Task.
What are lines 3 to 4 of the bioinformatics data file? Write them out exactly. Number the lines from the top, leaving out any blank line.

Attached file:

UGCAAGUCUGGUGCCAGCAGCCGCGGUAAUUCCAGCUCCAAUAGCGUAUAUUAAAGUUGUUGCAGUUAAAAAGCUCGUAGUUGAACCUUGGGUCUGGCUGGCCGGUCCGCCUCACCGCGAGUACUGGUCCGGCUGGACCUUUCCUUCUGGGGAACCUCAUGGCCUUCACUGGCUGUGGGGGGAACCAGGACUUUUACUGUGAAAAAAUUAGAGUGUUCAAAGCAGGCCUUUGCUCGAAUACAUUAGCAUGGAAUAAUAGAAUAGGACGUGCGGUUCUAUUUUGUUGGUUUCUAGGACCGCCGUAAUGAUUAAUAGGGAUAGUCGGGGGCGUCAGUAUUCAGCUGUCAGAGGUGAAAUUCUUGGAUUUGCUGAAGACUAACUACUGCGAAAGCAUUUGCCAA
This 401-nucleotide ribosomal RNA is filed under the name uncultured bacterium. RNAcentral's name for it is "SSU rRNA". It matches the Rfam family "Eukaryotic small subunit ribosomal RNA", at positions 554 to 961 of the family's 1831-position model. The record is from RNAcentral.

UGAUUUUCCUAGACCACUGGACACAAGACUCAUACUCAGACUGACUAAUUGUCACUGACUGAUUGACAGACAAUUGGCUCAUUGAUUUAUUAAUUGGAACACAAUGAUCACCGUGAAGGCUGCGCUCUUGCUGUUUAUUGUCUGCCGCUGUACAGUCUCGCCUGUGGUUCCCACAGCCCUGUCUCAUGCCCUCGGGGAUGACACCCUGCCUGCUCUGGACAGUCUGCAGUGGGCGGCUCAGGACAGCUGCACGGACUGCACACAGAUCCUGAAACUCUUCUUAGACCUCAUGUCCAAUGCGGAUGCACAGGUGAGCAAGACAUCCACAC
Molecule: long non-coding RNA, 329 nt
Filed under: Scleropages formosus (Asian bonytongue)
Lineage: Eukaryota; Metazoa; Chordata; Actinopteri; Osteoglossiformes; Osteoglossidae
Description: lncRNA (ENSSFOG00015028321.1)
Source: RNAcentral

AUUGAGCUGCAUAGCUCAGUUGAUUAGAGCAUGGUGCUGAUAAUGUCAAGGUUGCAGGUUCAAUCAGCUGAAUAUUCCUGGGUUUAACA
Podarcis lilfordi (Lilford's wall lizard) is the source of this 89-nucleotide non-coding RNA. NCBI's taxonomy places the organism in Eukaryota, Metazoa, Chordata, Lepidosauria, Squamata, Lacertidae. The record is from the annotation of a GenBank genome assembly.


UGAUUUUCCUAGACCACUGGACACAAGACUCAUACUCAGACUGACUAAUUGUCACUGACUGAUUGACAGACAAUUGGCUCAUUGAUUUAUUAAUUGGAACACAAUGAUCACCGUGAAGGCUGCGCUCUUGCUGUUUAUUGUCUGCCGCUGUACAGUCUCGCCUGUGGUUCCCACAGCCCUGUCUCAUGCCCUCGGGGAUGACACCCUGCCUGCUCUGGACAGUCUGCAGUGGGCGGCUCAGGACAGCUGCACGGACUGCACACAGAUCCUGAAACUCUUCUUAGACCUCAUGUCCAAUGCGGAUGCACAGGUGAGCAAGACAUCCACAC
Molecule: long non-coding RNA, 329 nt